• For metallic surfaces like door handles, security locks, keys etc., sanitizer with 70% alcohol can be used to wipe down surfaces where the use of bleach is not suitable.
• Train the patient on how to use thermometer and oximeter twice a day. If the patient is literate, ask them to record the readings in a notebook. Provide a pen and notebook.
• Wash hands with soap and water immediately after each piece of PPE (in case if you are using any at home) is removed, following completion of cleaning.
• The COVID-19 positive person should avoid using the kitchen.
• The patient should ideally avoid eating with others; they should eat in their designated space or in a separate room.
• They should ideally use separate utensils, plates, glasses, or cups and wash these with hot water on their own.
• Try and provide kettle, flask so that the caregiver can save time instead of heating water on stove many times in a day.
• Dispose all possibly contaminated material like dry waste and sanitary waste in yellow chlorinated bags that can be collected by your regular waste collectors. This is an important
step for controlling the spread of COVID-19 in the community and for protection of persons who take care of the waste.
Looking after yourself or someone you care about who has COVID-19
As with other viruses such as colds and flu, taking it easy and looking after yourself (for patients and caregivers) is crucial to recovery. COVID-19 care should include:
• Drinking plenty of fluids and water. Staying hydrated is critical. Hot water will help with the throat as well. Kadha, a concoction of ginger, honey, tulsi, turmeric and boiled in water is generally helpful for the wellness of the throat.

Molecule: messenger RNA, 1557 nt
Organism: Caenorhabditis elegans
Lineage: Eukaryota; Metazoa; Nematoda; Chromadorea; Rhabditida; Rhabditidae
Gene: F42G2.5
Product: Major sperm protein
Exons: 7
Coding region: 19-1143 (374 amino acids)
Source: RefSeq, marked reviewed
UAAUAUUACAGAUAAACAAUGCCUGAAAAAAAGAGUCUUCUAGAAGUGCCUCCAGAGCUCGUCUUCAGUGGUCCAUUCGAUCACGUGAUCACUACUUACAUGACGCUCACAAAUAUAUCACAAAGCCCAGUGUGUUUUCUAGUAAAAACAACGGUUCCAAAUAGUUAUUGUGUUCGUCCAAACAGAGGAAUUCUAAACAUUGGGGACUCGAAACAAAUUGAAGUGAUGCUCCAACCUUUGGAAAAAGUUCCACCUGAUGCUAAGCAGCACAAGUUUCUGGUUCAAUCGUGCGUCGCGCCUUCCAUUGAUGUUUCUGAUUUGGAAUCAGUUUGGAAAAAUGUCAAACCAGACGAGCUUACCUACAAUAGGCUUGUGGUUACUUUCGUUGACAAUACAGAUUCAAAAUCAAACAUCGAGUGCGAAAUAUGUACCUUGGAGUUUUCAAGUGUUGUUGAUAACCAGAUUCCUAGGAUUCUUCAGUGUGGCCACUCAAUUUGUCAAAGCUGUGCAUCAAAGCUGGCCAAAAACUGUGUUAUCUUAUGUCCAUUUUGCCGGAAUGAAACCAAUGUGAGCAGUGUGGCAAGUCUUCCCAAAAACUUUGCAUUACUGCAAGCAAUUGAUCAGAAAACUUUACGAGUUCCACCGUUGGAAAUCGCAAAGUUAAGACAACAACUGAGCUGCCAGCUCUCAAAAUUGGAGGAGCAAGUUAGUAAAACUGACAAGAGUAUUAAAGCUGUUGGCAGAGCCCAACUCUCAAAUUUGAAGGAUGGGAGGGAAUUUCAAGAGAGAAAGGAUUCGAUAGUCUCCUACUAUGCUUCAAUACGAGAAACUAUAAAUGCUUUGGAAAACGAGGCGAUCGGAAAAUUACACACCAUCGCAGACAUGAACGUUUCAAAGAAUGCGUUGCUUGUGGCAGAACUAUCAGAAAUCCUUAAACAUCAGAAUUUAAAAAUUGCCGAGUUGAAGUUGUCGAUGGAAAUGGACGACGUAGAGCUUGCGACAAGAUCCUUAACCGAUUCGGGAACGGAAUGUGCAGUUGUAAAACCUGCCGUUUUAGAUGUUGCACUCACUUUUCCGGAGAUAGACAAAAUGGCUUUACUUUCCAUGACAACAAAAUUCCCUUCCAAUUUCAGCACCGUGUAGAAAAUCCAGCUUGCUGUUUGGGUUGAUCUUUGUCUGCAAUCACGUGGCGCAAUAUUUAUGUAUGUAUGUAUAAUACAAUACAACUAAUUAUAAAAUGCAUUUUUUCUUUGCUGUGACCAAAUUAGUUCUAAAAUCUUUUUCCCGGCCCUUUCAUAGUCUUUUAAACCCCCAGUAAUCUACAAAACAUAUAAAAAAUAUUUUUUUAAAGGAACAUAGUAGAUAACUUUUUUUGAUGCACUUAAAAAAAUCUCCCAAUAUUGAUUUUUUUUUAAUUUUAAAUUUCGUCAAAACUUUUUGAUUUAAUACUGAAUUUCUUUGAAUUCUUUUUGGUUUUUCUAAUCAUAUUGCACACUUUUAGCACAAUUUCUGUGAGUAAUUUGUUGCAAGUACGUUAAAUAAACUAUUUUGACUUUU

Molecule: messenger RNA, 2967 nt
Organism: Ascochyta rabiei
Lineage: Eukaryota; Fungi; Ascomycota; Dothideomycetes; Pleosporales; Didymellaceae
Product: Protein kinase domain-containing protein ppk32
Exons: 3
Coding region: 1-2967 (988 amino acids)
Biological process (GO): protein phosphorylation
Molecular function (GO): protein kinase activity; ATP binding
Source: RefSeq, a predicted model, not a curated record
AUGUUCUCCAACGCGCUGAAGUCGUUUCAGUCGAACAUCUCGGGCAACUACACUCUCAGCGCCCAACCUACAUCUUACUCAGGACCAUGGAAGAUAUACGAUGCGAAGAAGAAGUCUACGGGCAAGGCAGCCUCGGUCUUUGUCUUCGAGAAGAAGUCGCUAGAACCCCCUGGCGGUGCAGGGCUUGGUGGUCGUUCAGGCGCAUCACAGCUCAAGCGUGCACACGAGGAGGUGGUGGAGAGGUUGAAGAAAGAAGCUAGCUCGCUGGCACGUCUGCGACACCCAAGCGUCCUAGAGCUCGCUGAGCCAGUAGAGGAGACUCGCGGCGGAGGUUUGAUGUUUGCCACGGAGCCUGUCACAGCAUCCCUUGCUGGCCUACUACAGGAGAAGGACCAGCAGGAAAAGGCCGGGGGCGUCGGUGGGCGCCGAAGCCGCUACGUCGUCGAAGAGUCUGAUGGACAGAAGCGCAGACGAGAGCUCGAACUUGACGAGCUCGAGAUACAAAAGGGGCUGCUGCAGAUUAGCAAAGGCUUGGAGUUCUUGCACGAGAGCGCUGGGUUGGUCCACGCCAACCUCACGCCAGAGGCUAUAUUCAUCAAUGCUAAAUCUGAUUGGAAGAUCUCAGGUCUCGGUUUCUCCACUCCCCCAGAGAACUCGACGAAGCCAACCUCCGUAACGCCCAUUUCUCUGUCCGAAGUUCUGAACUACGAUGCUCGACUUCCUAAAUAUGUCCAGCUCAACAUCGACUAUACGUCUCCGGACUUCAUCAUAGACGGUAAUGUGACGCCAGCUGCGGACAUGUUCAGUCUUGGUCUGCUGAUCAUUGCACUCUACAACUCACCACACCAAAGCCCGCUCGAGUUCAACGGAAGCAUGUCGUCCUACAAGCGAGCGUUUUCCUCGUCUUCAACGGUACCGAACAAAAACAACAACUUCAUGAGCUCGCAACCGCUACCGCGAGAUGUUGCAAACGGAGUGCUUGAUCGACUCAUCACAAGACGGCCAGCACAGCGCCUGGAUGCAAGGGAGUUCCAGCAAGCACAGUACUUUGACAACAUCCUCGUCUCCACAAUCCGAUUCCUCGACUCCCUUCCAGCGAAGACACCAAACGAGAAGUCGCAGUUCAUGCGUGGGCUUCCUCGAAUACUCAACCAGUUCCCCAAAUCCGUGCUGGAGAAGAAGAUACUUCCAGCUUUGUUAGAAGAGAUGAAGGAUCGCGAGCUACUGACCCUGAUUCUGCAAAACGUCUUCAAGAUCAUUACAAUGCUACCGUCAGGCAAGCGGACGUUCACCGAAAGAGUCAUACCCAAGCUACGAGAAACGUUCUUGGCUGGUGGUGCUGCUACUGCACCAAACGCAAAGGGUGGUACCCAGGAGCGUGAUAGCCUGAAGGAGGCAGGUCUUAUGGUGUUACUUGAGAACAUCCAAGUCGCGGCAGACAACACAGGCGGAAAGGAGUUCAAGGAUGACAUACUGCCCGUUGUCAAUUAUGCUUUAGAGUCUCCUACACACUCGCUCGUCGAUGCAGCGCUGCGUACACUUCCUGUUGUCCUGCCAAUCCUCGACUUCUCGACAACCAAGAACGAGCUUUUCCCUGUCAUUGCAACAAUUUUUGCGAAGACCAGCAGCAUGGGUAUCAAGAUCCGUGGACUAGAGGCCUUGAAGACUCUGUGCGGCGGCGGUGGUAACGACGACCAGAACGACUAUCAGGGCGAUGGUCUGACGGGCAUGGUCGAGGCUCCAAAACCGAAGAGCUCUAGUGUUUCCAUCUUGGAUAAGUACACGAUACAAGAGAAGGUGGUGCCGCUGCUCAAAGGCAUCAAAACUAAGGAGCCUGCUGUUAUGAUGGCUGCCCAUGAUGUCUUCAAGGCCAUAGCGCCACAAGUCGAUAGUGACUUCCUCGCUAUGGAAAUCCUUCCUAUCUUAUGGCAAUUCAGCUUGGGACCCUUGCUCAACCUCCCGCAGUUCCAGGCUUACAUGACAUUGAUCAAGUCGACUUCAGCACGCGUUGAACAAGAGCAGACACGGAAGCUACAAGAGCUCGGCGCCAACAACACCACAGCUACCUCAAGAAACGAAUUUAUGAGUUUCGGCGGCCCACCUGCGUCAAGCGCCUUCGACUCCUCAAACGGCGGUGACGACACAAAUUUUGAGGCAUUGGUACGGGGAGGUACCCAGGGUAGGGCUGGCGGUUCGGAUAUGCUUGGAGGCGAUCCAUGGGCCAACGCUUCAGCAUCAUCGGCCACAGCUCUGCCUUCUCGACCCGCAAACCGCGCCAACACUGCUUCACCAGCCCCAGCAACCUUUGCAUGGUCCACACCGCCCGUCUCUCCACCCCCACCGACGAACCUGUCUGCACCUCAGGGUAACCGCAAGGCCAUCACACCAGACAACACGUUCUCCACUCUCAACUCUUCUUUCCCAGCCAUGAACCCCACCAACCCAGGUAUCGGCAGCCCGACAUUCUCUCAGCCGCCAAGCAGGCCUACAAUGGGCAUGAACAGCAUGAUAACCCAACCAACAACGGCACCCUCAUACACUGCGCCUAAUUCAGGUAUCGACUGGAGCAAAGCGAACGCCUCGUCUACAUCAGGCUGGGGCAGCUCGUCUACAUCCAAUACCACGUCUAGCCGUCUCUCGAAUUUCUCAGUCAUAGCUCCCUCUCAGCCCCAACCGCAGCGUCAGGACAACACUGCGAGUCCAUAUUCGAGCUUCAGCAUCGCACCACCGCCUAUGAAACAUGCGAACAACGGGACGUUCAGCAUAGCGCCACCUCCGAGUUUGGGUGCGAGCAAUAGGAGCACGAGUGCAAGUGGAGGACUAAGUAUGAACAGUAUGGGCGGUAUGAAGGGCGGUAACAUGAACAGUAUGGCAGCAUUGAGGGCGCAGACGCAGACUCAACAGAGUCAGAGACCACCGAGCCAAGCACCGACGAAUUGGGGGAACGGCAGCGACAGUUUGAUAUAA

• Salt water gargling or Betadine Gargle 3-4 times a day helps in keeping the throat moist and helps in conditions of cough and sore throat.
• Some recommend high protein diet during this period which can include paneer, eggs,legumes, and varied meat products. Caregivers can provide a basket with biscuits, rusks, fruits
and nuts so that patients can eat something when they feel hungry.
• Avoid alcohol as this will cause dehydration and further compromises those with weak liver function.
• Avoid any strenuous activity when unwell.
• If your oxygen saturation is normal and if you do not have any other symptoms other than fever, all you need is paracetamol. However, it is always better to consult your physician first.
• Do not take any other medicine without medical advice. Do not self-medicate or follow any experiential advice from friends or well-wishers.
• Since COVID-19 affects the breathing and clogs the lungs with phlegm, we found that deep breathing exercises are extremely helpful. An exercise called ‘proning’ has been recommended by many friends. It can be done 4-5 times a day and can help to push up oxygen levels. A video at https://scroll.in/video/992771/watch-how-the-prone-position-helpsimprove-oxygen-flow-in-COVID-19-19-patients demonstrates the prone position.
• When sleeping, lie on stomach and on your sides. Avoid sleeping on your back.
• Keep walking and moving. Sitting up and taking deep breaths helps open up the lungs.
*Please note, these exercises are not substitutes for medical care.
• Avoid stress as much as possible. Try to engage yourself in reading, listening to music, or with hobbies which make you feel good. Try to be cheerful and get plenty of rest.
Equipment to be kept handy
Masks: Everyone in the family should start wearing masks when near each other. Make sure to wear
N95 masks when entering rooms of symptomatic patients. Doctors are recommending double masking now – a surgical mask beneath and a cloth mask on top of it. Masks are effective if worn according to instructions and properly fitted. Masks should be discarded and changed if they become physically